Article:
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WP8 Infrastructure & Synergies

WP leader: Angelo De Santis, INGV, Italy
Phil Weaver, NOC Southampton, UK

The deep seafloor is our main source to discover and reconstruct the climate change history and its effects on the ecosystems. The successful discovery and scientific achievement are strongly dependent on the availability, accessibility and novelty of the ocean technology and infrastructures and thus requires the continuous innovation in marine engineering and knowledge transfer from a wide range of technical disciplines such as robotics, communications, energy to scientists, and then to policymakers.

Marine technology has strongly evolved over the past decades and has been offering Science new tools to achieve advances. As example, deep-sea vehicles (ROVs, AUVs, crawlers, etc.) are now key tools for the exploration of the deep ocean realms as well as drill ships (see WP7 above), which can provide long records into the past. With DV Chikyu, the scientific community has a platform of industry-standard, which is capable of Riser coring and which hosts various biological and geochemical ultra-clean laboratories (www.jamstec.go.jp/chikyu/eng/index.html). Moreover, since developments in industry run in parallel, the science community has benefited from a mature industrial supplier base and has been able to progress towards greater depth and higher reliability regarding new sensor systems for physical, chemical and oceanographic in situ measurements. In this regard, the recent development of long-term, multi-parameter seafloor observatories has replied to a major challenge - the acquisition of long-tem time series in deep waters – which in essence represents the fourth dimension to what academic research has established as a 3D understanding of the biosphere and geosphere. The fourth dimension, i.e. temporal variability, is critical for many processes affecting ecosystems and life on Earth, for instance the episodicity of fluid flow, rates of active tectonics, recurrence intervals of seismic hazards and landslides, and ecosystem life cycles.

Specifically, the European scientific community for long-term observation and state-of-the-art deep-sea technology has been involved in several important initiatives in FP6 and will continue to under FP7. Development of European seafloor observatories with multi-disciplinary capabilities has been pioneered under the EC-funded GEOSTAR project. Recent major technical advances have been made in the EC projects ASSEM and ORION-GEOSTAR-3 (a deep-sea geophysical, oceanographic and environmental network; see OMARC report) and EXOCET/D. Experience in underwater cable connection by submersibles and ROVs has been gained by the deployment of neutrino arrays in the Mediterranean, such as NESTOR (Ionian Sea SW of Peloponnesus, Greece), ANTARES (Ligurian Sea, off Toulon, France), and NEMO (Ionian Sea, East of Sicily, Italy). Larger European projects addressed deep seafloor observatory networks, presently represented by the FP6/FP7 NoE ESONET and FP7 EMSO projects. ESONET NoE helps the networking and integration of scientific and technological approaches to establishing multidisciplinary deep-water cabled observatories at various temporal and spatial scales around Europe from the Arctic Sea to the Black Sea. In parallel with ESONET, the EMSO-PP project (European Multidisciplinary Seafloor Observatory - Preparatory Phase) will study, select and establish the governance and the management structure, and will analyse the costs of developing and maintenance of the EMSO European Research Infrastructure, listed in the ESFRI roadmap. Finally, important international research programmes already exist in North America (NEPTUNE cabled network) and Japan (DONET cabled network), and collaboration with these programmes has been established already to allow cross-fertilisation of ideas and technological approaches and strengthen and coordinate the role of European experts in this field.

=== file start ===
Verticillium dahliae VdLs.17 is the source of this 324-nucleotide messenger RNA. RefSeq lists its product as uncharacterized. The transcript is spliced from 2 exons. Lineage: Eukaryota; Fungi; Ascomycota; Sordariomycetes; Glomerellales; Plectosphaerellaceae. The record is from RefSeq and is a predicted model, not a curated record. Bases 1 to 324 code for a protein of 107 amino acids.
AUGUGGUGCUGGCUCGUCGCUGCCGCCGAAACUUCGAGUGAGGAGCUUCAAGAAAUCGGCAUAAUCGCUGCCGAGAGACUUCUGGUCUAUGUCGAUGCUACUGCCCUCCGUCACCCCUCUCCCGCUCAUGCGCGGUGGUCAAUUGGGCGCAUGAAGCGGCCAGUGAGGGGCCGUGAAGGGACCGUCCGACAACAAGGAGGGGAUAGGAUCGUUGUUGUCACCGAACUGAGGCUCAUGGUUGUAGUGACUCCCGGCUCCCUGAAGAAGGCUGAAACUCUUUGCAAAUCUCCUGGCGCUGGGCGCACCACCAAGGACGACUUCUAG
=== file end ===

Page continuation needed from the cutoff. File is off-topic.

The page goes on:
The DS3F proposal will contribute to set the preconditions to fulfil the crucial technological and infrastructure needs of the deep-seafloor scientific community. In particular, WP8 Infrastructure & Synergies (in situ measurements, observatory science, data base) will favour the cooperation and synergy of the major Infrastructure Stakeholders and Deep Seafloor Scientific Community in Europe within the DS3F initiative, and the elaboration of guidelines for the infrastructure development, access and utilisation in relations to: - ships and research vessels (together with WP7), deep-sea vehicles and equipment - drilling facilities (i.e. borehole monitoring; see WP7) - long-term observatories/platforms for in situ measurements (threshold and continuous). In addition, WP8 will assist in the development of advanced seafloor sampling technologies (rocks, sediments, fluids, microbiota) and the efficient use of European infrastructure (research vessels run by governmental funding in various countries, local networks, etc.; see e.g. EUROFLEETS) for a sustainable study of deep-sea and subseafloor ecosystems.

List of WP8 participants (Level 3)
R. Person, Ifremer, France (ESONET); M. Diepenbroek, MARUM, Germany (Metadata and Data management); F. Gasparoni, Tecnomare-ENI spa, Italy (Submarine infrastructure engineering); V. Lykousis, HCMR , Greece (Ships, marine laboratories); C. Mevel, IPGP, France (IODP related equipment); P. Cochonat, Ifremer France (Deep-sea platforms, AUVs, ROVs, Marine Geotechnics); J.J. Destelle, CNRS, France (ANTARES underwater station); G. Meinecke, MARUM Bremen, Germany (Open ocean moorings, Tsunami EWSs, AUVs, ROVs); G. Griffiths, NOCS, UK (Deep-sea platforms, AUVs, ROVs); P. Piattelli, INFN, Italy (KM3NET); J.J. Danobeitia, CSIC- UTM Spain (Ships); D.H. Drapeau, Total, France (Geohazards, Research & development); P. Rocchini, AGIP ENI, Milano, Italy (Hydrocarbon exploration).